And if I had to guess, darling, I'd say that this questioning, information-seeking, critical-thinking process should be your next step — not just in spite of how uncomfortable it makes you, but because it does. One of the most interesting things about your letter is how rattled you are by the existence of your friend's differing perspective, and how hard you're working to distance yourself from that perspective by framing it as so outrageous as to be morally incomprehensible. To hear you tell it, her opinion isn't just foreign; it's indecent. And so of course you cannot understand it, because you are a good person... which just happens to conveniently let you off the hook for having to think too deeply about a subject that was really giving you the heebie-jeebies.

The thing is, those subjects are the ones that really deserve your thoughtful attention.This issue is a pressure point for you, which makes it that much more important that you dig past your knee-jerk outrage to understand why it bugs you so much. And if you're not sure how to begin doing that, a good starting point is to explore the implications of what you already believe. For instance, let's assume it's true that "if you bully somebody to the point of suicide, then it's definitely your fault"; whose fault is it, then, when someone who isn't being bullied attempts suicide? Does the responsibility trickle down to the last person who hurt his feelings? The last girl who broke his heart? The last friend he had a spat with? If not, why?

And if bullying is wrong specifically because of its potential to incite self-harm, what does it mean that so many people are bullied in high school, with varying degrees of severity — but that of those people, only a small fraction ever attempt suicide? Is bullying only a problem because of its potential to result in a tragic outcome? Would Hannah's tormentors be less culpable for their cruelty if she hadn't committed suicide? Or conversely, would Hannah's actions still be the fault of her bullies if she'd chosen another path? If she channeled her unhappiness in a way that resulted in her graduating as valedictorian and going to an Ivy League school, do the bullies get to claim credit for her success? What if she chose to exact revenge by hurting someone else, instead of herself? If Hannah had murdered everyone who wronged her instead of calling them out on cassette tapes, would they be to blame for their own deaths? At what point, if any, would you consider a bullying victim to be responsible for the actions she takes in response?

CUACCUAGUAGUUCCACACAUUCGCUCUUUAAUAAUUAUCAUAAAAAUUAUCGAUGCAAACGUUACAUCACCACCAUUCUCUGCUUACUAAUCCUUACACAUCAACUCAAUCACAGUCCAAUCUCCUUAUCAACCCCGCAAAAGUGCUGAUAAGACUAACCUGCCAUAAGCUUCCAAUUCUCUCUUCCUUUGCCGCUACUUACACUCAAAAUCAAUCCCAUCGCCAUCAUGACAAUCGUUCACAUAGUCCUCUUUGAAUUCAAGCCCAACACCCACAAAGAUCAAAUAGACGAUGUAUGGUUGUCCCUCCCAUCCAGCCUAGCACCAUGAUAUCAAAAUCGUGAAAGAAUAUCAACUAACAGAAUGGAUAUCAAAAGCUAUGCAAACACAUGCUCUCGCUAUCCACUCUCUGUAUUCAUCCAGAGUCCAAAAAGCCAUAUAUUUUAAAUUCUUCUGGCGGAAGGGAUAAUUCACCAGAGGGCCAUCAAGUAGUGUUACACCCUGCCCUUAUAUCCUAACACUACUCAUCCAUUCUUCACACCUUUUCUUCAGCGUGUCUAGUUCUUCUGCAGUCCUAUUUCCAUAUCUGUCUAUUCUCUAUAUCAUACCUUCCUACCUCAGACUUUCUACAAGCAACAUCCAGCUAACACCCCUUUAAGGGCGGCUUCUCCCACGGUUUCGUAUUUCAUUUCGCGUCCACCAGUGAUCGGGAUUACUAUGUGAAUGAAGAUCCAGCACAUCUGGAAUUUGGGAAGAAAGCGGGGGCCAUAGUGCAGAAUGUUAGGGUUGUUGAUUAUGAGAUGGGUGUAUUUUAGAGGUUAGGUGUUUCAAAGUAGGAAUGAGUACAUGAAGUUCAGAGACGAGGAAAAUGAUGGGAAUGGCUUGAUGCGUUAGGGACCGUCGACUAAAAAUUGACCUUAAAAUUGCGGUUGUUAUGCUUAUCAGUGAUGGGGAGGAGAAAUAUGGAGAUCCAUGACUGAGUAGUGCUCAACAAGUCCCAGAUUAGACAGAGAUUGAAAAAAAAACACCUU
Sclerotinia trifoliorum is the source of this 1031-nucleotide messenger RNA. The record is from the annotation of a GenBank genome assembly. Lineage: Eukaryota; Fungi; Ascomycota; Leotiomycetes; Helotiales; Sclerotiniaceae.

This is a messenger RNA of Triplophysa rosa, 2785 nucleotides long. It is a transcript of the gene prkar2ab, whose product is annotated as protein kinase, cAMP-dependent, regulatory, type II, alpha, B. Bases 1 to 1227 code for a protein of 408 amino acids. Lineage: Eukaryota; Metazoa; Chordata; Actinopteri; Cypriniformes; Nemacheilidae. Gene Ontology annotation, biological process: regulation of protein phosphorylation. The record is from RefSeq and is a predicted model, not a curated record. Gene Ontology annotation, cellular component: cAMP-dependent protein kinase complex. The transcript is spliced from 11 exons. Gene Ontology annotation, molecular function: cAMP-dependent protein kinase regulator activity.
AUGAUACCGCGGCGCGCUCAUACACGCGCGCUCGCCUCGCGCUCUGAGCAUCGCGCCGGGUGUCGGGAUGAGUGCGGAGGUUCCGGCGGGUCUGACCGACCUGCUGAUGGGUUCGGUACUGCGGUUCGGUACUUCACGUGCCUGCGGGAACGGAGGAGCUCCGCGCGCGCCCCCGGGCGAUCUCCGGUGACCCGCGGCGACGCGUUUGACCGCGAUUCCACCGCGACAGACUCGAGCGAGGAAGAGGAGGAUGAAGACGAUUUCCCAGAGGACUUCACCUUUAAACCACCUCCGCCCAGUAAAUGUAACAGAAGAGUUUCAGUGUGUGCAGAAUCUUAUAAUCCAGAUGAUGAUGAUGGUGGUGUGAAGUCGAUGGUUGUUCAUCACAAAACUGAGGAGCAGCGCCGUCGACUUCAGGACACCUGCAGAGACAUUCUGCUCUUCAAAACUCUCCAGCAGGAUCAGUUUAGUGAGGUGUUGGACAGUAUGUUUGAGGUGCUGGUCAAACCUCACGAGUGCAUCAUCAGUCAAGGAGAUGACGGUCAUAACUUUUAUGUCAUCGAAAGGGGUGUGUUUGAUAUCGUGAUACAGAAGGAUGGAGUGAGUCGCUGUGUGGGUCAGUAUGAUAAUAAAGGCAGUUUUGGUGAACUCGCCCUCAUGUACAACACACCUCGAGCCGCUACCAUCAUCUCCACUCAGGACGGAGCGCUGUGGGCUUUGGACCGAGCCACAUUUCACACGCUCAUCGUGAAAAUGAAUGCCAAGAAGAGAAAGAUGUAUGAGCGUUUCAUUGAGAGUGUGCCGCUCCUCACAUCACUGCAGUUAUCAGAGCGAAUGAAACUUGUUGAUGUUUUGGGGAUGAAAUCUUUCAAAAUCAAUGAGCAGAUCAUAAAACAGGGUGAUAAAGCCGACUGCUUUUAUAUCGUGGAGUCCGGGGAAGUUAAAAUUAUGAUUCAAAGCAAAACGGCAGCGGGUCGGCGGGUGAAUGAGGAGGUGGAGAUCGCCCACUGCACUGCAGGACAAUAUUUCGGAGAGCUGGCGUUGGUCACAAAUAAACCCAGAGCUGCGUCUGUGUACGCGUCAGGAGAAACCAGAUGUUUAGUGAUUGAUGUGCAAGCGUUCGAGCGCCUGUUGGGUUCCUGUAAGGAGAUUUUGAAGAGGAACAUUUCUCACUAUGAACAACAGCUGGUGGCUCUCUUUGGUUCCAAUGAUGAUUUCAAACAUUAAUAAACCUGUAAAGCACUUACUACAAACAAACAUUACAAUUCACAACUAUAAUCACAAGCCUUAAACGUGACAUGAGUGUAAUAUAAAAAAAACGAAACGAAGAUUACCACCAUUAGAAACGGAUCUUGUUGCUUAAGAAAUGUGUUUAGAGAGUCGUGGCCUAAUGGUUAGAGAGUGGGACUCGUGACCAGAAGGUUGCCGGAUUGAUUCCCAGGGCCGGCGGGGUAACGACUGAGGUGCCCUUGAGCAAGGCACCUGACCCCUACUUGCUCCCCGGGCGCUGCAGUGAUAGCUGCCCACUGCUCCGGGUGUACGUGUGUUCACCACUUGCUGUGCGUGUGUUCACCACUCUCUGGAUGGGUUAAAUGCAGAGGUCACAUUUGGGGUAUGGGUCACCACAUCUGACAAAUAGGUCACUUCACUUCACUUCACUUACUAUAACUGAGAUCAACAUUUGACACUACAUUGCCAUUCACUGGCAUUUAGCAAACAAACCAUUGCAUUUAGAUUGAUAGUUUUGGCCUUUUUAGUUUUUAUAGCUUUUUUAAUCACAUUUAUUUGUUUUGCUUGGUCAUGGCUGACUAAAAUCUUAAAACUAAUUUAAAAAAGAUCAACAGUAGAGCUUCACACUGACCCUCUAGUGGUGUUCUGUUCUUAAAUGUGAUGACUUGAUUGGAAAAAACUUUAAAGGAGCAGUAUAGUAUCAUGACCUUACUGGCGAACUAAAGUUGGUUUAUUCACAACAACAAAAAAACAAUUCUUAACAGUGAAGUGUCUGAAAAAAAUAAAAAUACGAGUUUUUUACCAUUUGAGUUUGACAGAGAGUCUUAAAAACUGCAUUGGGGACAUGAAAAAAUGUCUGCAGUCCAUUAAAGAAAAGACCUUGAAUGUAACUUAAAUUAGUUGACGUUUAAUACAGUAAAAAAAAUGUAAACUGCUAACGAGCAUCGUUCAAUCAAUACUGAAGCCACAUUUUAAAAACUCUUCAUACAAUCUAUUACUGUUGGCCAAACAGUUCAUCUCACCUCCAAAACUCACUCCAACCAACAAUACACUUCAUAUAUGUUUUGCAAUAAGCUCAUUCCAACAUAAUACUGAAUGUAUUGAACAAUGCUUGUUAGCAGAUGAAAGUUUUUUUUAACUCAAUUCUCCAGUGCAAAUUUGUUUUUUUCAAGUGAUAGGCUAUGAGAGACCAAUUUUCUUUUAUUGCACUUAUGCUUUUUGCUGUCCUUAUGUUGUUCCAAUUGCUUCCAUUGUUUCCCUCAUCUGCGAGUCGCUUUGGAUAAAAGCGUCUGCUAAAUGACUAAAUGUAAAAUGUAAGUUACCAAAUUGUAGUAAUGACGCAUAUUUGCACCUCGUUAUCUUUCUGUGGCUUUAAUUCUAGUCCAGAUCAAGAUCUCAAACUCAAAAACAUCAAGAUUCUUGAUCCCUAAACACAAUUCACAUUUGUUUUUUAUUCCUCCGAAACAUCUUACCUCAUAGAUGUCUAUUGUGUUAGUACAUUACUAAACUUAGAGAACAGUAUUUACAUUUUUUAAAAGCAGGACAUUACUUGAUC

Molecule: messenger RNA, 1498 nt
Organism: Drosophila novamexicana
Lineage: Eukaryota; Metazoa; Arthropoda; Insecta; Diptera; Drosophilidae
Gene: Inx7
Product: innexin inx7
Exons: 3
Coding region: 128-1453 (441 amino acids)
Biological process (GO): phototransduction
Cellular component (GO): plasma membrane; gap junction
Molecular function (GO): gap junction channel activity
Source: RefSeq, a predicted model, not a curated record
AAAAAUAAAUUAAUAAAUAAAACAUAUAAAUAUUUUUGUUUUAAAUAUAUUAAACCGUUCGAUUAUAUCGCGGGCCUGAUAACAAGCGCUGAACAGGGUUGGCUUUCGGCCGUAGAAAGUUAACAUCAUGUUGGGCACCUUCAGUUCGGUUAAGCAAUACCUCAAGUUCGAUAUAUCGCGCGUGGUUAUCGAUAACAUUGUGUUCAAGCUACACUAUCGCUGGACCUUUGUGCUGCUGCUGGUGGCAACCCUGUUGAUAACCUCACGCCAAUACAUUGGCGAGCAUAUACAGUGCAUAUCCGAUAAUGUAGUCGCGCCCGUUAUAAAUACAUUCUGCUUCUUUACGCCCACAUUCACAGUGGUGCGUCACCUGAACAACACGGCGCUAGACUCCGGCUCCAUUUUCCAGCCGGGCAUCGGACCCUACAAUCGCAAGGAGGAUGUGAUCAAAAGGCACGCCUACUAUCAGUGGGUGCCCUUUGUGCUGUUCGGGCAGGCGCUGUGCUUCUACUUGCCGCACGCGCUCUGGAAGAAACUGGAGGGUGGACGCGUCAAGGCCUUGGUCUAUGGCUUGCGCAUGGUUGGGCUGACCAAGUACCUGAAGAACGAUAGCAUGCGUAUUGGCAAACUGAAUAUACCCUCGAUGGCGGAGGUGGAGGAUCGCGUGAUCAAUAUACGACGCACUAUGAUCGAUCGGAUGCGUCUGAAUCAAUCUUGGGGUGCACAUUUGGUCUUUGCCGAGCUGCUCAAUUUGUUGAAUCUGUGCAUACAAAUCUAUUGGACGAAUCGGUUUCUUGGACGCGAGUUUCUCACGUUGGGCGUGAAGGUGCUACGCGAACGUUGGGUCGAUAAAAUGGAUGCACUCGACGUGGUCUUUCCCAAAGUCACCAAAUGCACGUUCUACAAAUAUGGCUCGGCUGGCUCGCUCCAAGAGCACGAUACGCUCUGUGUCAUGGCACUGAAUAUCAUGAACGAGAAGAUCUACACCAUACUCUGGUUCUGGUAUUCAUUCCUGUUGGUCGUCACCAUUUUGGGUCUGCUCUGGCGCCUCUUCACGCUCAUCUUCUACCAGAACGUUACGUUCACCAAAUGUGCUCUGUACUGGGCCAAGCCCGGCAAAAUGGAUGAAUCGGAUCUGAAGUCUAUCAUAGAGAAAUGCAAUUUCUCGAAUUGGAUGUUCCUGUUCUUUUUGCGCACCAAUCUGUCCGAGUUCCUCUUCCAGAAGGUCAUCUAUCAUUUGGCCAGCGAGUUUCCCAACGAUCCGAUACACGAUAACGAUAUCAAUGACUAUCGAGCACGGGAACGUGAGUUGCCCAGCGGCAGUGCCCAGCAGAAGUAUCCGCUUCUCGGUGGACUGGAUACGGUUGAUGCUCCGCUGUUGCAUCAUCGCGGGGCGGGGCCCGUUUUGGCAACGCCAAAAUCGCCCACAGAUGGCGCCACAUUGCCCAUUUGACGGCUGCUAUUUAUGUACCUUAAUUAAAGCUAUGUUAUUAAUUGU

Ask yourself these questions, and take your time. They're not easy, and there are no right answers. But wrestling through this stuff is important, not just because it'll make you better-informed about the opinions you hold, but also because it'll help you understand how other people might hold different ones. That first round of questions, particularly, should give you some insight into why your friend believes that 13 Reasons Why conveys an irresponsible message about suicide — and more broadly, how reasonable and decent people can disagree on certain issues even when they both occupy the same moral common ground. Happy thinking.

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Topics: Life
Tags: auntie sparknotes, bullying, advice, suicide, self-harm, tough issues, 13 reasons why

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About the Author

Kat Rosenfield is a writer, illustrator, advice columnist, YA author, and enthusiastic licker of that plastic liner that comes inside a box of Cheez-Its. She loves zombies and cats. She hates zombie cats. Follow her on Twitter or Tumblr @katrosenfield.